Saki Hyuuga is an athletic, rather happy-going middle-schooler who plays softball as a pastime. In contrast, Mai Mishou tends to have a more reserved personality, is surprisingly well-mannered for her age, and observant through her passion for sketching. Moments after Mai moves into the city where Saki lives in, the powers of Pretty Cure are suddenly bestowed upon them. Their mission: to recover the Seven Fountains and save Earth from the clutches of the evil Dark Fall. While all of this sounds plain, Splash Star thankfully rather much focuses on becoming character-centric instead of heeding attention to the overarching plotline.
Splash Star makes sure to give bountiful attention towards characterizing and developing the characters. Saki and Mai’s repertoire towards each other is best described as a caring one, yet playful at times; they are always willing to help one another when situation calls, and the dynamics between the two often carry a serene atmosphere with bouts of humorous playfulness on the side. As a coming-of-age anime, we see character growth of Saki and Mai as time steadily passes as they hang out, learn and think about ideas that realistically portray what adolescents their age would be capable of thinking of. One time, Saki starts caring and worrying about the whereabouts of her little sister and begins to search, something what one would expect of a girl her age. As well, side characters including families and classmates receive character growth. Splash Star’s storytelling is subtle like a stream of water flowing through a gentle, quiet river; nothing is ever rushed and nothing downright unexpected to the viewer ever occurs. Instead, build-up is carefully constructed; events are woven tightly and naturally, paving paths for very convincing and spectacular character growth and characterization. As a result, the show manages to successfully convey its morals/themes, (this is usually done during a battle), and the show often becomes prone to becoming quite heartwarming. It should be noted that Splash Star has the most consistent quality of writing of all Precure seasons so far.
Splash Star gives off a tighter sense of community than of the other installments due to the excellent attention given to the side characters; families and classmates feel as if they’re an actual part of the Cures’ lives. They see and interact with one another on a rather daily basis, naturally blending in with each other’s lives. For instance, Saki is often seen helping out her parents at their bakery. As well, classmates gradually get to know each other better as the show progresses. As a result, Splash Star strings together a tight sense of community that gives off a presence of realism. In particular, Kenta is a notable character for his comic relief, as his bad puns often receive a cold reaction.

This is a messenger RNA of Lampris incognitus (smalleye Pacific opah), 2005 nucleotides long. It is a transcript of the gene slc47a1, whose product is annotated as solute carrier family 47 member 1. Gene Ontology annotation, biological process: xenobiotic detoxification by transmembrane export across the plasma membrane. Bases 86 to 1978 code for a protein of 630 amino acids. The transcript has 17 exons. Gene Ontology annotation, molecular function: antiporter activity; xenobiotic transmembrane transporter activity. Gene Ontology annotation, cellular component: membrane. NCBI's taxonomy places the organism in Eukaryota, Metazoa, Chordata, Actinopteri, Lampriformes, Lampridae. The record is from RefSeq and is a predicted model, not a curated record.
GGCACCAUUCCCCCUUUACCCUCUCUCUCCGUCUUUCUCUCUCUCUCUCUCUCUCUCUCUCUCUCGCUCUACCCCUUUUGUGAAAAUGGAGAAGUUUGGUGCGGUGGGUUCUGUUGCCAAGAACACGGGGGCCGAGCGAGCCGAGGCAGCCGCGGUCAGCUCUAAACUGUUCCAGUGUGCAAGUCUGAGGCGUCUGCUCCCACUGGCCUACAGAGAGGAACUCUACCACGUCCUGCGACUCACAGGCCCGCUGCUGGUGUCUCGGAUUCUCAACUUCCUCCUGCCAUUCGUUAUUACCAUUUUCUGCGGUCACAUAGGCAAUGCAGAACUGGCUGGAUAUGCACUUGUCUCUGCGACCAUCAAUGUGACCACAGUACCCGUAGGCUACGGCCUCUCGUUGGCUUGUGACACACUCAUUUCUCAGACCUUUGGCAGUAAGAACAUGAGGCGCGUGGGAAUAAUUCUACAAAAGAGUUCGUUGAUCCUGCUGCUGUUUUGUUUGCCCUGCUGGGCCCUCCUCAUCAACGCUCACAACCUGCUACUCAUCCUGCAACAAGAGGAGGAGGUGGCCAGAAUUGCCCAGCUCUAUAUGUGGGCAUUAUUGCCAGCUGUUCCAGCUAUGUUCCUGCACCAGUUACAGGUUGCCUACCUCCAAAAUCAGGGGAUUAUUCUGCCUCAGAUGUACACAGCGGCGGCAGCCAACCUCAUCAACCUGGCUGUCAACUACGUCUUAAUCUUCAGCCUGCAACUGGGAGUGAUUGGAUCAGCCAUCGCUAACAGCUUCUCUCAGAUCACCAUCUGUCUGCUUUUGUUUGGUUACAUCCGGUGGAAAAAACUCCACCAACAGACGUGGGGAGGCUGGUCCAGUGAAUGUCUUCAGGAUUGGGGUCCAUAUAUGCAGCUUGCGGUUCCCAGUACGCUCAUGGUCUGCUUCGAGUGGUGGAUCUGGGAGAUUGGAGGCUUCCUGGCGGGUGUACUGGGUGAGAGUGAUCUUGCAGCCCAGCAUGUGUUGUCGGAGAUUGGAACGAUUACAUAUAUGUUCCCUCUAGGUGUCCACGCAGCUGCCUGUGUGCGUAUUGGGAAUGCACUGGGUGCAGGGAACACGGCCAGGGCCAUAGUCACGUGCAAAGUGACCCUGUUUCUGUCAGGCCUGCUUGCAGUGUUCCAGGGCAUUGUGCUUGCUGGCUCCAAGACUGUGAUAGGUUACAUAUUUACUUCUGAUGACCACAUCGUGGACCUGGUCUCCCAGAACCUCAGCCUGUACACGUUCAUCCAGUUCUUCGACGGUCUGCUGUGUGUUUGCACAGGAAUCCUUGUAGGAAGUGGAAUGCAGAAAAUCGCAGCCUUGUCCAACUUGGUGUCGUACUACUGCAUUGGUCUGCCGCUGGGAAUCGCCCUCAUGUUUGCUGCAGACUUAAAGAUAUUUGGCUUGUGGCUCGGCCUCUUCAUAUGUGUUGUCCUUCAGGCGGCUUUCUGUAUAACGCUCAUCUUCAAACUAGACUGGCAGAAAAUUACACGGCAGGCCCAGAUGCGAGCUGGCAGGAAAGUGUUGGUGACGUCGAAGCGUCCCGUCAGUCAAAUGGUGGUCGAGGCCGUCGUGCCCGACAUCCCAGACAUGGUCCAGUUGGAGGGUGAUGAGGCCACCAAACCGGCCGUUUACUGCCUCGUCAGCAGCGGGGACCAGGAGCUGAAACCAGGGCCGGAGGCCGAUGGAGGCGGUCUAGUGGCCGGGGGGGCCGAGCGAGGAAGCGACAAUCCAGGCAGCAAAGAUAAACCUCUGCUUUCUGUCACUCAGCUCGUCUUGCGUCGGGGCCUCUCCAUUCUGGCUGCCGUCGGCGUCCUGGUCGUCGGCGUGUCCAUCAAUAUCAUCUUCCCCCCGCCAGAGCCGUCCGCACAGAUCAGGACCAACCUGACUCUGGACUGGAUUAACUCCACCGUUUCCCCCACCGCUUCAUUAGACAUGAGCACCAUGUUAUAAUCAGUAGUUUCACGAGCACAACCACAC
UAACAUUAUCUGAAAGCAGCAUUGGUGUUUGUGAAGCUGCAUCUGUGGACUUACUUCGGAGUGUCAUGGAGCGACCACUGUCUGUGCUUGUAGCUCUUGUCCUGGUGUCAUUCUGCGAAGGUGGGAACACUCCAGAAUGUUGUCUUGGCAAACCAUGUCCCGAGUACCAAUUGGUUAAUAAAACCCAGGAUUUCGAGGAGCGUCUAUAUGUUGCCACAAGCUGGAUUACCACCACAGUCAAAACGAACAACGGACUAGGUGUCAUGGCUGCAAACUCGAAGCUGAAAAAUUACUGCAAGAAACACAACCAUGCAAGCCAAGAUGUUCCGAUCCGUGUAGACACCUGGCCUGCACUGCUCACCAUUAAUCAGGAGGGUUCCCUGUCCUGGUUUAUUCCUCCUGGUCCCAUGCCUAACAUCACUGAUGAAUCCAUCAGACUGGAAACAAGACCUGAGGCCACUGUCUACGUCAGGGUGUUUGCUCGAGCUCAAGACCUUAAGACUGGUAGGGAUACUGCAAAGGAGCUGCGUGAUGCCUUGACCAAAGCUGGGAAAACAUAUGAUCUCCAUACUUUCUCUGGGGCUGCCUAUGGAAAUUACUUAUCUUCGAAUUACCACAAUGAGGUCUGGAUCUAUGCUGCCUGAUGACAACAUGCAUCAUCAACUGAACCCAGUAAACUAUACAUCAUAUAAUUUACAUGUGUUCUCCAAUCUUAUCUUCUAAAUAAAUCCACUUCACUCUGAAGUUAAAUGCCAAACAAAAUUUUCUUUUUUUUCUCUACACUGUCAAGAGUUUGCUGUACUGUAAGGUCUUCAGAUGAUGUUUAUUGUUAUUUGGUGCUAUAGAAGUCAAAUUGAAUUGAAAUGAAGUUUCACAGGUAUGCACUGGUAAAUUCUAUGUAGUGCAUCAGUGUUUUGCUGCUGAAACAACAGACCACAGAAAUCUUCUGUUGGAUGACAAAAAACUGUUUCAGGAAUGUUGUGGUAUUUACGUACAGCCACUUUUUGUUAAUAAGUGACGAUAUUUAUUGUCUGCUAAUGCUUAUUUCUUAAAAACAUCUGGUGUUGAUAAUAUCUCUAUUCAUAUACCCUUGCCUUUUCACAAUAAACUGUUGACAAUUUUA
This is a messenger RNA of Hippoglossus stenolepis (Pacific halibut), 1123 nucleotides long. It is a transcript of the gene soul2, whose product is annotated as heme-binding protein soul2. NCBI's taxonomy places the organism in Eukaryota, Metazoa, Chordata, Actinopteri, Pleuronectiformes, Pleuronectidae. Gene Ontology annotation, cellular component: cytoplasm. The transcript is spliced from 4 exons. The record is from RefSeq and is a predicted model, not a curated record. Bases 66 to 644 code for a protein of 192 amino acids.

This season is particularly notable for its more mature themes, more so than the other installments. The simple things in life that we take for granted as well as beauties of nature and natural beauty are emphasized in a very subtle, gentle manner for effective narration, the culmination adding to some of the show’s most wonderful characterization and character growth, especially within the Kaoru and Michiru arc, (which also might I add, contains a particularly excellent theme nearing the very end of the arc). For instance, things like a simple smile and the flowing of the wind are emphasized. Now Saki and Mai are very much naturally endowed with an interest in visionary for such simplicities in life. One example that displays this is when Mai draws a picture depicting an old lady’s smile which shows her appreciation for natural beauty. Themes and motifs pertaining to natural beauty, the simple things in life, and beauties of nature are prominent within the show, and ultimately carry significance from the very beginning of the show up towards the finale.